Subway-generated heat sets a great precedence for future public transit developments and energy efficiency at home. The sweltering heat that accompanies the comings and goings of London’s Northern Line will be put to use by powering up to 500 homes in the Islington borough. The power plant, Bunhill Heat and Power Center, will oversee the redirection, and already uses “secondary heat sources” to warm 700 homes in the area. This will be the first time the Underground has assisted the power plant.
The plan is part of many in development by the European Union’s CELSIUS (Combined Efficient Large Scale Integrated Urban Systems) project, which aims to make use of European cities’ waste energy. London’s subway plan is jointly funded by $4.4 million from Islington Council and $1.6 million from the EU. Mayor Boris Johnson vowed to supply 25% of the city’s energy through this and other decentralized sources by the year 2025.
The CELSIUS project was founded in 2012, and is set to expand across 50 cities by 2016. The blueprints for this project came from experts based in five major European cities that share complimentary energy baseline positions: Cologne, Germany; Genoa, Italy; London, England; Gothenburg, Sweden; and Rotterdam, Netherlands. According to reports, smart district heating and cooling could almost 85% of a city’s heat demand from secondary energy sources today. Not using these secondary sources means that the energy would be lost in the atmosphere and contribute to the ever-increasing ozone layer damage.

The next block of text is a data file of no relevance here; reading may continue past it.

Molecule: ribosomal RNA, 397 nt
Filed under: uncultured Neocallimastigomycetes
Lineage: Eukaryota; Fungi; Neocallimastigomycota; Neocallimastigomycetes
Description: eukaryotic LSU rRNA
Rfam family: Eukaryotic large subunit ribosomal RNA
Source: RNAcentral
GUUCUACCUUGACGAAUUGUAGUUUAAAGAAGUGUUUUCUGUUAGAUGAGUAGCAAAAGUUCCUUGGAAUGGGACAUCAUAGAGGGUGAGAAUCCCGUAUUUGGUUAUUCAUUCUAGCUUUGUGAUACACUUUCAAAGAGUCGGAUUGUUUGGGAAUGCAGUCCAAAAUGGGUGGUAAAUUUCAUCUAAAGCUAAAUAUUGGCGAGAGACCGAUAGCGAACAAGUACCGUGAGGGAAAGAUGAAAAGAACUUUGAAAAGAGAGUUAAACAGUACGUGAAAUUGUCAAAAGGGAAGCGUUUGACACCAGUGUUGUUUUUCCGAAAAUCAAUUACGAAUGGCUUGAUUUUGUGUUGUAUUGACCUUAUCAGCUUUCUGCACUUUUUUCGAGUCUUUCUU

This concept will not only inspire other nations to seek new ways to conserve energy, it will also foster smarter city development in the future. Should this project be embraced by more cities and nation/state unions, it may spark a public transportation renaissance that doubles as a major energy source adopted by cities worldwide. It can also inspire up and coming metropolis areas and undeveloped towns to base their infrastructure on this established symbiotic relationship. When conventional public transportation is phased out in favor of cleaner, refined options such as high-speed light rails, the converted energies used would be able to supply larger-scale grids and make a more pronounced, positive impact on the environment.
Photo credit: Gizmodo.com